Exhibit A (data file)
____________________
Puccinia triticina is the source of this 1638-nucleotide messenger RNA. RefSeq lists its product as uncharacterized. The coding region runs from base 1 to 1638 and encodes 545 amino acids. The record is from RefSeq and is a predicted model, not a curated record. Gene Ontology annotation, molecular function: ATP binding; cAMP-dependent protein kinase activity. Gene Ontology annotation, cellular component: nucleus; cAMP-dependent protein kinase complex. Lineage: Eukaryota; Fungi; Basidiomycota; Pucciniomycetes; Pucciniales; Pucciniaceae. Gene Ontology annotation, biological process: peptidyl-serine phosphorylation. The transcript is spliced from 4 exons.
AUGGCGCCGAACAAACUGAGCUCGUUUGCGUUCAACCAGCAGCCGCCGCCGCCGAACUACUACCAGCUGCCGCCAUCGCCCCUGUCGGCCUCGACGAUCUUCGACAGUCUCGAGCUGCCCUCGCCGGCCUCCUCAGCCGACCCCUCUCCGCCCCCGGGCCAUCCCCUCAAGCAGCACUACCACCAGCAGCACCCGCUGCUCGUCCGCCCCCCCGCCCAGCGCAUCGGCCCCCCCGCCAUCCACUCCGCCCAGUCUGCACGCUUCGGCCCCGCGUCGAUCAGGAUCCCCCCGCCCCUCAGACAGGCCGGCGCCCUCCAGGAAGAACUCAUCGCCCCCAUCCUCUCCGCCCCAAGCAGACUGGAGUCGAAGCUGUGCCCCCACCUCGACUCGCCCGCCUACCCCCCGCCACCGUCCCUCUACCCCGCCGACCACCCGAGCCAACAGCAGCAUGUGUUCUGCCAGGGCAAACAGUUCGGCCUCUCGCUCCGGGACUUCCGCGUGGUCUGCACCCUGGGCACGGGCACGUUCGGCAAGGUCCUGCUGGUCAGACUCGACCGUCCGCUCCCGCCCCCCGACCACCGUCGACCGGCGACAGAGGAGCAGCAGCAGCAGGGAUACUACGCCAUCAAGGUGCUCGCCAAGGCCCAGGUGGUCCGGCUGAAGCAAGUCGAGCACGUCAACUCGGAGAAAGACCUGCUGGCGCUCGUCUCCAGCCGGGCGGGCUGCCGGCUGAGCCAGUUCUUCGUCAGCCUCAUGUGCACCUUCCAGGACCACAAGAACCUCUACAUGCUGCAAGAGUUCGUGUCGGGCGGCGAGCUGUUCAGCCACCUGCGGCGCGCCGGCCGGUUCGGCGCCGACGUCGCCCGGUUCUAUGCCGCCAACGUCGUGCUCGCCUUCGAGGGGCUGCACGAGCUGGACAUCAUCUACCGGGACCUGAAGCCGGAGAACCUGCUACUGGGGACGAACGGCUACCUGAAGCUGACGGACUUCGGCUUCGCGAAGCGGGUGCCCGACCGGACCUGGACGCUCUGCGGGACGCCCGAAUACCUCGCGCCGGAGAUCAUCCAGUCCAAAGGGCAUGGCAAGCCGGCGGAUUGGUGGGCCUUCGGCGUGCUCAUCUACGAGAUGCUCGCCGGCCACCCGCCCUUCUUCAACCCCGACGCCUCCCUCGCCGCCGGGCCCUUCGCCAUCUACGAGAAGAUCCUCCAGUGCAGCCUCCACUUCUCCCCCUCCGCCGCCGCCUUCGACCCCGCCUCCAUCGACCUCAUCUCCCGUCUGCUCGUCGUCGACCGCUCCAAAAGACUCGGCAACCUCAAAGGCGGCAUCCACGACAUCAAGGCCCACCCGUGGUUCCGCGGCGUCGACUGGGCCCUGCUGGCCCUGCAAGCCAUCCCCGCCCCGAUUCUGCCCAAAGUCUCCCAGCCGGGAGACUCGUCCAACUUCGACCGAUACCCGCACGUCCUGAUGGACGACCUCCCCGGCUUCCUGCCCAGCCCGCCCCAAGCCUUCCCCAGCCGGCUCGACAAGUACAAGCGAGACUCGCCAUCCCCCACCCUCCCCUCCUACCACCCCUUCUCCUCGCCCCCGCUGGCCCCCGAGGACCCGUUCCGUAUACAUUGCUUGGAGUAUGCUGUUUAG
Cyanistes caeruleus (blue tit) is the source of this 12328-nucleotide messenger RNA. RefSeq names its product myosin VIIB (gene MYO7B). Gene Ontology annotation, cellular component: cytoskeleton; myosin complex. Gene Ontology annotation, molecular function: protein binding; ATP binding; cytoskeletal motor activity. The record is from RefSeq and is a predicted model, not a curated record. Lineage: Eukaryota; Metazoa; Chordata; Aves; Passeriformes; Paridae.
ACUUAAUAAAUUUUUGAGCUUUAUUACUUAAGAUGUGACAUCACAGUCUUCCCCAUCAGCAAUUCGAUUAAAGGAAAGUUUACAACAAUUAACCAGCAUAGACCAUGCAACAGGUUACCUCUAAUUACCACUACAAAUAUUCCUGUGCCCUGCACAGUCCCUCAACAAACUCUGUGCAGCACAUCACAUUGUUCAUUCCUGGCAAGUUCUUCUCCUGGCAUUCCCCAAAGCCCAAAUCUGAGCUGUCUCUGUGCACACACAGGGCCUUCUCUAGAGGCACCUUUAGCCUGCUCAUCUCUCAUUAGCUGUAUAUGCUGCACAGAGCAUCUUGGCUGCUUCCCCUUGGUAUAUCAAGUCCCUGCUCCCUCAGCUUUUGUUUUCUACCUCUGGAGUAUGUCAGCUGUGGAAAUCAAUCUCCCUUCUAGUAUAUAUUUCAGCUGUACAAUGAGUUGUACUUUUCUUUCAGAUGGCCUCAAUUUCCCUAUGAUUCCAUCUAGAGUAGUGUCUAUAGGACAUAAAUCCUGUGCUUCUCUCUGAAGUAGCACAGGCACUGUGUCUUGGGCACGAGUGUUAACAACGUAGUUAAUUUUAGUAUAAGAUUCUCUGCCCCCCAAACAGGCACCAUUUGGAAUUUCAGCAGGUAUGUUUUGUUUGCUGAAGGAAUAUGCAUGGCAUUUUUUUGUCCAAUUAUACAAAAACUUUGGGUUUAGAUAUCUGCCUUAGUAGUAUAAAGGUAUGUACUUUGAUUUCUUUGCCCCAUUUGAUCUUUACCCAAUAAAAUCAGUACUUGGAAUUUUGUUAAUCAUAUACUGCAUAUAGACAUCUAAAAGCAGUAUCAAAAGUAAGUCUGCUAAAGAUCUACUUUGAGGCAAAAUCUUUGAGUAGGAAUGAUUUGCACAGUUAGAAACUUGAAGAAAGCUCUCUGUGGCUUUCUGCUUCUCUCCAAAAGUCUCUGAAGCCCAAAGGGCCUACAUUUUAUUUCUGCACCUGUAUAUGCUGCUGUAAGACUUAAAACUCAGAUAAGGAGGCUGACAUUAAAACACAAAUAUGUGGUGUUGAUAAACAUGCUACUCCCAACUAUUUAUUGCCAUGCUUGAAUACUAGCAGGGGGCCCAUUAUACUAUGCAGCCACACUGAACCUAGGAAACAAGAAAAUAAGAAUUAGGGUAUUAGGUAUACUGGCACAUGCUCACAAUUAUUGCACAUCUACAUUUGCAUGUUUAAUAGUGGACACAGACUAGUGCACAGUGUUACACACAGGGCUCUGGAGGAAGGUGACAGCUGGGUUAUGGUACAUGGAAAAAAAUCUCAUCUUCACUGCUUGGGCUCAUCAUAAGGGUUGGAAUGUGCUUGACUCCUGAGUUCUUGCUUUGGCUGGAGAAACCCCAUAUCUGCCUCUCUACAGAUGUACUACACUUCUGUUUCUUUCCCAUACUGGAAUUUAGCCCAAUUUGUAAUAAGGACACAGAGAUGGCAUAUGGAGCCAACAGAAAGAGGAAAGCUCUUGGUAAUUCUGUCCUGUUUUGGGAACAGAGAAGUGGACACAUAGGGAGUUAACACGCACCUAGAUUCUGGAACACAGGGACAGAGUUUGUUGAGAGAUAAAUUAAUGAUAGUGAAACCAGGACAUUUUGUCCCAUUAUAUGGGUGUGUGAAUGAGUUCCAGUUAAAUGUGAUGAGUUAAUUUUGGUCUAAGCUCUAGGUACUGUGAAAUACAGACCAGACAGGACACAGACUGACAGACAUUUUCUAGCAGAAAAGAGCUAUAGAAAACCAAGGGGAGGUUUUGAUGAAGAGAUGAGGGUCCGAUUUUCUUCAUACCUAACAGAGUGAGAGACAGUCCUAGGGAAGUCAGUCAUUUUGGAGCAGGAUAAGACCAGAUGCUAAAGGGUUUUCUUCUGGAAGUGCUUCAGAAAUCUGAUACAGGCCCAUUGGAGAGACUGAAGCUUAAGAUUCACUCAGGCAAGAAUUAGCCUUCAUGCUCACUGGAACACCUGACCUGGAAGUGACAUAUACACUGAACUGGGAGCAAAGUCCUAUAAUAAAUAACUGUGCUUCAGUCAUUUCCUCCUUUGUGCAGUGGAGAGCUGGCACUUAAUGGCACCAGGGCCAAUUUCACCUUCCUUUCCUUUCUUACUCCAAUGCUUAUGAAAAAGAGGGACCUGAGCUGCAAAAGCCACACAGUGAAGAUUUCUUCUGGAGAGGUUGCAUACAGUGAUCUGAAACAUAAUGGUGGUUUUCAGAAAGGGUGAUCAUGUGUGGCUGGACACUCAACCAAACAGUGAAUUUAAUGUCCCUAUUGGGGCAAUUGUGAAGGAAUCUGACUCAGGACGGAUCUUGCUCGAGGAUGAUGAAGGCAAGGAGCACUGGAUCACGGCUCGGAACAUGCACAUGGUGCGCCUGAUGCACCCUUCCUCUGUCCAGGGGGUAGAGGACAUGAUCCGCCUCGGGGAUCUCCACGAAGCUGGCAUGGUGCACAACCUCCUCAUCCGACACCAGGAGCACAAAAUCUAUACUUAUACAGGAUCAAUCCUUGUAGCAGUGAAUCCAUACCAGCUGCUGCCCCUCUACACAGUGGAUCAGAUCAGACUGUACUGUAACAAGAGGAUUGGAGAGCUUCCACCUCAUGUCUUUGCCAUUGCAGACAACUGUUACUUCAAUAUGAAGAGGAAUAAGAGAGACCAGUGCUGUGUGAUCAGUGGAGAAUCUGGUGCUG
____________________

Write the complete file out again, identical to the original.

Puccinia triticina is the source of this 1638-nucleotide messenger RNA. RefSeq lists its product as uncharacterized. The coding region runs from base 1 to 1638 and encodes 545 amino acids. The record is from RefSeq and is a predicted model, not a curated record. Gene Ontology annotation, molecular function: ATP binding; cAMP-dependent protein kinase activity. Gene Ontology annotation, cellular component: nucleus; cAMP-dependent protein kinase complex. Lineage: Eukaryota; Fungi; Basidiomycota; Pucciniomycetes; Pucciniales; Pucciniaceae. Gene Ontology annotation, biological process: peptidyl-serine phosphorylation. The transcript is spliced from 4 exons.
AUGGCGCCGAACAAACUGAGCUCGUUUGCGUUCAACCAGCAGCCGCCGCCGCCGAACUACUACCAGCUGCCGCCAUCGCCCCUGUCGGCCUCGACGAUCUUCGACAGUCUCGAGCUGCCCUCGCCGGCCUCCUCAGCCGACCCCUCUCCGCCCCCGGGCCAUCCCCUCAAGCAGCACUACCACCAGCAGCACCCGCUGCUCGUCCGCCCCCCCGCCCAGCGCAUCGGCCCCCCCGCCAUCCACUCCGCCCAGUCUGCACGCUUCGGCCCCGCGUCGAUCAGGAUCCCCCCGCCCCUCAGACAGGCCGGCGCCCUCCAGGAAGAACUCAUCGCCCCCAUCCUCUCCGCCCCAAGCAGACUGGAGUCGAAGCUGUGCCCCCACCUCGACUCGCCCGCCUACCCCCCGCCACCGUCCCUCUACCCCGCCGACCACCCGAGCCAACAGCAGCAUGUGUUCUGCCAGGGCAAACAGUUCGGCCUCUCGCUCCGGGACUUCCGCGUGGUCUGCACCCUGGGCACGGGCACGUUCGGCAAGGUCCUGCUGGUCAGACUCGACCGUCCGCUCCCGCCCCCCGACCACCGUCGACCGGCGACAGAGGAGCAGCAGCAGCAGGGAUACUACGCCAUCAAGGUGCUCGCCAAGGCCCAGGUGGUCCGGCUGAAGCAAGUCGAGCACGUCAACUCGGAGAAAGACCUGCUGGCGCUCGUCUCCAGCCGGGCGGGCUGCCGGCUGAGCCAGUUCUUCGUCAGCCUCAUGUGCACCUUCCAGGACCACAAGAACCUCUACAUGCUGCAAGAGUUCGUGUCGGGCGGCGAGCUGUUCAGCCACCUGCGGCGCGCCGGCCGGUUCGGCGCCGACGUCGCCCGGUUCUAUGCCGCCAACGUCGUGCUCGCCUUCGAGGGGCUGCACGAGCUGGACAUCAUCUACCGGGACCUGAAGCCGGAGAACCUGCUACUGGGGACGAACGGCUACCUGAAGCUGACGGACUUCGGCUUCGCGAAGCGGGUGCCCGACCGGACCUGGACGCUCUGCGGGACGCCCGAAUACCUCGCGCCGGAGAUCAUCCAGUCCAAAGGGCAUGGCAAGCCGGCGGAUUGGUGGGCCUUCGGCGUGCUCAUCUACGAGAUGCUCGCCGGCCACCCGCCCUUCUUCAACCCCGACGCCUCCCUCGCCGCCGGGCCCUUCGCCAUCUACGAGAAGAUCCUCCAGUGCAGCCUCCACUUCUCCCCCUCCGCCGCCGCCUUCGACCCCGCCUCCAUCGACCUCAUCUCCCGUCUGCUCGUCGUCGACCGCUCCAAAAGACUCGGCAACCUCAAAGGCGGCAUCCACGACAUCAAGGCCCACCCGUGGUUCCGCGGCGUCGACUGGGCCCUGCUGGCCCUGCAAGCCAUCCCCGCCCCGAUUCUGCCCAAAGUCUCCCAGCCGGGAGACUCGUCCAACUUCGACCGAUACCCGCACGUCCUGAUGGACGACCUCCCCGGCUUCCUGCCCAGCCCGCCCCAAGCCUUCCCCAGCCGGCUCGACAAGUACAAGCGAGACUCGCCAUCCCCCACCCUCCCCUCCUACCACCCCUUCUCCUCGCCCCCGCUGGCCCCCGAGGACCCGUUCCGUAUACAUUGCUUGGAGUAUGCUGUUUAG
Cyanistes caeruleus (blue tit) is the source of this 12328-nucleotide messenger RNA. RefSeq names its product myosin VIIB (gene MYO7B). Gene Ontology annotation, cellular component: cytoskeleton; myosin complex. Gene Ontology annotation, molecular function: protein binding; ATP binding; cytoskeletal motor activity. The record is from RefSeq and is a predicted model, not a curated record. Lineage: Eukaryota; Metazoa; Chordata; Aves; Passeriformes; Paridae.
ACUUAAUAAAUUUUUGAGCUUUAUUACUUAAGAUGUGACAUCACAGUCUUCCCCAUCAGCAAUUCGAUUAAAGGAAAGUUUACAACAAUUAACCAGCAUAGACCAUGCAACAGGUUACCUCUAAUUACCACUACAAAUAUUCCUGUGCCCUGCACAGUCCCUCAACAAACUCUGUGCAGCACAUCACAUUGUUCAUUCCUGGCAAGUUCUUCUCCUGGCAUUCCCCAAAGCCCAAAUCUGAGCUGUCUCUGUGCACACACAGGGCCUUCUCUAGAGGCACCUUUAGCCUGCUCAUCUCUCAUUAGCUGUAUAUGCUGCACAGAGCAUCUUGGCUGCUUCCCCUUGGUAUAUCAAGUCCCUGCUCCCUCAGCUUUUGUUUUCUACCUCUGGAGUAUGUCAGCUGUGGAAAUCAAUCUCCCUUCUAGUAUAUAUUUCAGCUGUACAAUGAGUUGUACUUUUCUUUCAGAUGGCCUCAAUUUCCCUAUGAUUCCAUCUAGAGUAGUGUCUAUAGGACAUAAAUCCUGUGCUUCUCUCUGAAGUAGCACAGGCACUGUGUCUUGGGCACGAGUGUUAACAACGUAGUUAAUUUUAGUAUAAGAUUCUCUGCCCCCCAAACAGGCACCAUUUGGAAUUUCAGCAGGUAUGUUUUGUUUGCUGAAGGAAUAUGCAUGGCAUUUUUUUGUCCAAUUAUACAAAAACUUUGGGUUUAGAUAUCUGCCUUAGUAGUAUAAAGGUAUGUACUUUGAUUUCUUUGCCCCAUUUGAUCUUUACCCAAUAAAAUCAGUACUUGGAAUUUUGUUAAUCAUAUACUGCAUAUAGACAUCUAAAAGCAGUAUCAAAAGUAAGUCUGCUAAAGAUCUACUUUGAGGCAAAAUCUUUGAGUAGGAAUGAUUUGCACAGUUAGAAACUUGAAGAAAGCUCUCUGUGGCUUUCUGCUUCUCUCCAAAAGUCUCUGAAGCCCAAAGGGCCUACAUUUUAUUUCUGCACCUGUAUAUGCUGCUGUAAGACUUAAAACUCAGAUAAGGAGGCUGACAUUAAAACACAAAUAUGUGGUGUUGAUAAACAUGCUACUCCCAACUAUUUAUUGCCAUGCUUGAAUACUAGCAGGGGGCCCAUUAUACUAUGCAGCCACACUGAACCUAGGAAACAAGAAAAUAAGAAUUAGGGUAUUAGGUAUACUGGCACAUGCUCACAAUUAUUGCACAUCUACAUUUGCAUGUUUAAUAGUGGACACAGACUAGUGCACAGUGUUACACACAGGGCUCUGGAGGAAGGUGACAGCUGGGUUAUGGUACAUGGAAAAAAAUCUCAUCUUCACUGCUUGGGCUCAUCAUAAGGGUUGGAAUGUGCUUGACUCCUGAGUUCUUGCUUUGGCUGGAGAAACCCCAUAUCUGCCUCUCUACAGAUGUACUACACUUCUGUUUCUUUCCCAUACUGGAAUUUAGCCCAAUUUGUAAUAAGGACACAGAGAUGGCAUAUGGAGCCAACAGAAAGAGGAAAGCUCUUGGUAAUUCUGUCCUGUUUUGGGAACAGAGAAGUGGACACAUAGGGAGUUAACACGCACCUAGAUUCUGGAACACAGGGACAGAGUUUGUUGAGAGAUAAAUUAAUGAUAGUGAAACCAGGACAUUUUGUCCCAUUAUAUGGGUGUGUGAAUGAGUUCCAGUUAAAUGUGAUGAGUUAAUUUUGGUCUAAGCUCUAGGUACUGUGAAAUACAGACCAGACAGGACACAGACUGACAGACAUUUUCUAGCAGAAAAGAGCUAUAGAAAACCAAGGGGAGGUUUUGAUGAAGAGAUGAGGGUCCGAUUUUCUUCAUACCUAACAGAGUGAGAGACAGUCCUAGGGAAGUCAGUCAUUUUGGAGCAGGAUAAGACCAGAUGCUAAAGGGUUUUCUUCUGGAAGUGCUUCAGAAAUCUGAUACAGGCCCAUUGGAGAGACUGAAGCUUAAGAUUCACUCAGGCAAGAAUUAGCCUUCAUGCUCACUGGAACACCUGACCUGGAAGUGACAUAUACACUGAACUGGGAGCAAAGUCCUAUAAUAAAUAACUGUGCUUCAGUCAUUUCCUCCUUUGUGCAGUGGAGAGCUGGCACUUAAUGGCACCAGGGCCAAUUUCACCUUCCUUUCCUUUCUUACUCCAAUGCUUAUGAAAAAGAGGGACCUGAGCUGCAAAAGCCACACAGUGAAGAUUUCUUCUGGAGAGGUUGCAUACAGUGAUCUGAAACAUAAUGGUGGUUUUCAGAAAGGGUGAUCAUGUGUGGCUGGACACUCAACCAAACAGUGAAUUUAAUGUCCCUAUUGGGGCAAUUGUGAAGGAAUCUGACUCAGGACGGAUCUUGCUCGAGGAUGAUGAAGGCAAGGAGCACUGGAUCACGGCUCGGAACAUGCACAUGGUGCGCCUGAUGCACCCUUCCUCUGUCCAGGGGGUAGAGGACAUGAUCCGCCUCGGGGAUCUCCACGAAGCUGGCAUGGUGCACAACCUCCUCAUCCGACACCAGGAGCACAAAAUCUAUACUUAUACAGGAUCAAUCCUUGUAGCAGUGAAUCCAUACCAGCUGCUGCCCCUCUACACAGUGGAUCAGAUCAGACUGUACUGUAACAAGAGGAUUGGAGAGCUUCCACCUCAUGUCUUUGCCAUUGCAGACAACUGUUACUUCAAUAUGAAGAGGAAUAAGAGAGACCAGUGCUGUGUGAUCAGUGGAGAAUCUGGUGCUG